Academic journal article Texas Law Review

Go, Fly a Kite: The Promises (and Perils) of Airborne Wind-Energy Systems *

Academic journal article Texas Law Review

Go, Fly a Kite: The Promises (and Perils) of Airborne Wind-Energy Systems *

Article excerpt

Introduction

Commercial wind power generation is still, in many ways, an emerging technology. This may sound surprising for a technology that currently generates 4.4% of all energy produced in the United States,1 but the first commercial wind farm in the United States was built only thirty-five years ago-a fraction of the history of oil and gas, not to mention coal.2 These few decades have provided little time to develop the laws, regulations, and judicial decisions that define other sectors of the energy industry. We still lack definitive answers to questions of property rights associated with wind generation3 and its environmental impacts.4 Already, those questions are evolving, and advances in technology may radically alter the landscape. This Note discusses some of the legal issues that may be implicated by the introduction of a new technology: airborne wind energy.

Airborne wind-energy systems (AWES),5 though still in their technological infancy, may one day change the commercial wind-energy sector. Scientists estimate that high-altitude winds contain several times the amount of energy needed to meet current global demand.6 Airborne systems hold the promise of access to that energy. Access to high-altitude wind would be both tremendously valuable and disruptive. As is often the case, though, in the uncertain legal environment that accompanies disruptive technologies, it is unclear just who will benefit from this valuable resource and how.

Like other modern energy sources, high-altitude wind raises a number of novel and complex legal issues. Taking wind power into the skies raises new issues for this developing industry-sometimes simplifying and sometimes complicating existing challenges. If wind energy is to become a pillar of global energy production, these questions must be addressed, and there is no time like the present.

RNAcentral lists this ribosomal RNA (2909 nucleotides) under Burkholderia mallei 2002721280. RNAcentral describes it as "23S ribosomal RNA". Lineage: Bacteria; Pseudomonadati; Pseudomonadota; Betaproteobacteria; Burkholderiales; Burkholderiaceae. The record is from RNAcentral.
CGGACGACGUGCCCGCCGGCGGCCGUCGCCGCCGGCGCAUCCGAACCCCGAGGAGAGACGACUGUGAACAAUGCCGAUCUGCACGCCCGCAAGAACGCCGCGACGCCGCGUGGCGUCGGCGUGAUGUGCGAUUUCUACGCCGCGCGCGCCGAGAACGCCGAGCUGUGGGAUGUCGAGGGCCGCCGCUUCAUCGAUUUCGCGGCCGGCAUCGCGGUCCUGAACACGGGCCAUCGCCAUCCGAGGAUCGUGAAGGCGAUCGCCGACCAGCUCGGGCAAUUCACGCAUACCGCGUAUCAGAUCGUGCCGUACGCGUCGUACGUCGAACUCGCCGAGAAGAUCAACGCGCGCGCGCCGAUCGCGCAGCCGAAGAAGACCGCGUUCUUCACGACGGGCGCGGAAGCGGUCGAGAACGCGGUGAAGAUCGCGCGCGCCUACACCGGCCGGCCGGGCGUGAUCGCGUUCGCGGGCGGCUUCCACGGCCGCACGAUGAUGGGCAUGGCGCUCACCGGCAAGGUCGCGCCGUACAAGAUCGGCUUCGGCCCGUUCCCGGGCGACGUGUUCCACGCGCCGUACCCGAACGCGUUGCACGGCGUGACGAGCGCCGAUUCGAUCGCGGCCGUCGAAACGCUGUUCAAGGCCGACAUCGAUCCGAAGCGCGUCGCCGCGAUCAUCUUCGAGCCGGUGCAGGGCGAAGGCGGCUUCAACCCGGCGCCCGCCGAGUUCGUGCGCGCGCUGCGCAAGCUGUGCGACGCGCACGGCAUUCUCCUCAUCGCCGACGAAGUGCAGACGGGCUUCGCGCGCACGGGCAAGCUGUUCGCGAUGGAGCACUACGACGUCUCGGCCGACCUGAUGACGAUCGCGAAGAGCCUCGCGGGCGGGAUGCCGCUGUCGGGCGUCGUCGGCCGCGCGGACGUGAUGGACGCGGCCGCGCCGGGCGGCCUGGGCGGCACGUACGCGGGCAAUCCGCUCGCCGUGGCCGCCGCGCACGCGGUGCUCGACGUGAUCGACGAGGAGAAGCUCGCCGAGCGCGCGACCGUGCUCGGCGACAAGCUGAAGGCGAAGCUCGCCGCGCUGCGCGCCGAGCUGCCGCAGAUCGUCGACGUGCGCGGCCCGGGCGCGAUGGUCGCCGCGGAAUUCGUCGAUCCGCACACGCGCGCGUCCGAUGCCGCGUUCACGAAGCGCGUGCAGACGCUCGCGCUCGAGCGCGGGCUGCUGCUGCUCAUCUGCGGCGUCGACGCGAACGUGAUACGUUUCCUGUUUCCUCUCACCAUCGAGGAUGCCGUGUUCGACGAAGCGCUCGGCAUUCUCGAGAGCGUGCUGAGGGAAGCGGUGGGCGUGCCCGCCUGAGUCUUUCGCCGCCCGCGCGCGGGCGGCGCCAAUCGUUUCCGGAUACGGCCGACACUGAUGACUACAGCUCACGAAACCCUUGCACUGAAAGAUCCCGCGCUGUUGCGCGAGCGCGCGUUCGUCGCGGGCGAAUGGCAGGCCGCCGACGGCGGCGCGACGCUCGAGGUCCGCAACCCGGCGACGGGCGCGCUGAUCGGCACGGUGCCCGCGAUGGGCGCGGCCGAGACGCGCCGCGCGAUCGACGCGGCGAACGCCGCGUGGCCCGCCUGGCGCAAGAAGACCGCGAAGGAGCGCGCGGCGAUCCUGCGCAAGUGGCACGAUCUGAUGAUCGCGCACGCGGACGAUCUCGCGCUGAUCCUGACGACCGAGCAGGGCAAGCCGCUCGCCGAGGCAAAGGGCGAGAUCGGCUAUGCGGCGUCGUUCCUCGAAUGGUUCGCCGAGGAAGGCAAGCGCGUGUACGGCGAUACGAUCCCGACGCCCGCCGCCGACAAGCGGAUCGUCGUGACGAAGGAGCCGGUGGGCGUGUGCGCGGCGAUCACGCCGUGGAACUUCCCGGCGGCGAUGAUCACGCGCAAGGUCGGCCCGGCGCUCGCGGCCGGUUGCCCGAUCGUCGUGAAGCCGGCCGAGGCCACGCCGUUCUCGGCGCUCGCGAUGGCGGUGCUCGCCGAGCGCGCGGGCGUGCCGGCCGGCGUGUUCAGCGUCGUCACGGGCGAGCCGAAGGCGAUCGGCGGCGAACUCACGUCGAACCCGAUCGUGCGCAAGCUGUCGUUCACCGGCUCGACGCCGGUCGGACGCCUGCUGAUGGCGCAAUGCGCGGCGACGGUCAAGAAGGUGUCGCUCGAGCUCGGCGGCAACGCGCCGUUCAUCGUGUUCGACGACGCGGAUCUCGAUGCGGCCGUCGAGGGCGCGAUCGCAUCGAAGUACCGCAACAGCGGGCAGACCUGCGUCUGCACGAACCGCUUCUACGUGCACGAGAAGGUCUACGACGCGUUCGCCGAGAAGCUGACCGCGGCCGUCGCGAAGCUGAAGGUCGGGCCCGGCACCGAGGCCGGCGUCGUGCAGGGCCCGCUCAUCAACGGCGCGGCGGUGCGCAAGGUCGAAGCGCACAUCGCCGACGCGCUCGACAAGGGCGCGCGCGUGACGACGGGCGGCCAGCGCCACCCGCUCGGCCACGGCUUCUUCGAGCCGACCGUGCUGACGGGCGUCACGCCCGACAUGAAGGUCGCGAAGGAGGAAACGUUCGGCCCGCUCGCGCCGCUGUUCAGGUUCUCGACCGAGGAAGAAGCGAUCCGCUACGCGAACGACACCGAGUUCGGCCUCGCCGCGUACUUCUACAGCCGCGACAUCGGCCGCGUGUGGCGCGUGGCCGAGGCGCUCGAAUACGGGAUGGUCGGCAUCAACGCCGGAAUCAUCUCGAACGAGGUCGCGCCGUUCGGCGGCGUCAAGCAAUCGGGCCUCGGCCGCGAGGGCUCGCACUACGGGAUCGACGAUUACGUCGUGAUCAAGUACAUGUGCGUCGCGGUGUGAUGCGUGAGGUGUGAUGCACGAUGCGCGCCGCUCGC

This Note will sketch out a number of the more significant legal issues airborne systems raise and propose some ways to begin thinking about how to address those issues. Part I contains a concise history of major developments in wind energy and a summary of the current landscape of land-based wind turbines. In Part II, I discuss the reasons for attempting to harness high-altitude wind along with some of the designs available from aspiring commercial AWES providers. Part III introduces the legal landscape, compares and contrasts AWES with existing wind installations, and presents legal frameworks that might be adapted to deal with AWES. Finally, in Part IV I recommend some measures for facilitating the development of high-altitude wind farming.

I. Historical Development of Wind Energy

Wind energy is an abundant and versatile resource. The earliest known human application of wind power was for sailing vessels at around 5,000 B.C.E.7 Several millennia later, around 200 B.C.E., the Chinese began converting wind energy into mechanical energy to pump water.8 The Dutch landscape was famously dotted with windmills in the eighteenth century C.E.9 Within a few decades of harnessing electricity, wind energy was tapped for electrical power generation. As early as 1887, a Scottish professor experimented with wind-turbine designs to power his home.10

Less than a century after that early personal experiment, the world's first wind farm was constructed in New Hampshire in 1980. The twenty-turbine farm was tiny by today's standards and a failure by most measures,11 but despite that failure, wind-turbine technology rapidly accelerated over the following decades.12 From 1980 to 2003, the capital cost of wind energy was cut by approximately two-thirds,13 and by the second quarter of 2014, the United States alone had nearly sixty-two gigawatts (GW) of installed wind-energy capacity-enough to power more than 15 million homes.14 Global installed capacity by the end of 2014 was nearly 370 GW,15 with projections of up to 2,000 GW installed by 2030.16 The United States will be contributing more than its fair share of that capacity if it reaches the goal of obtaining 20% of all energy from wind by 2030. …

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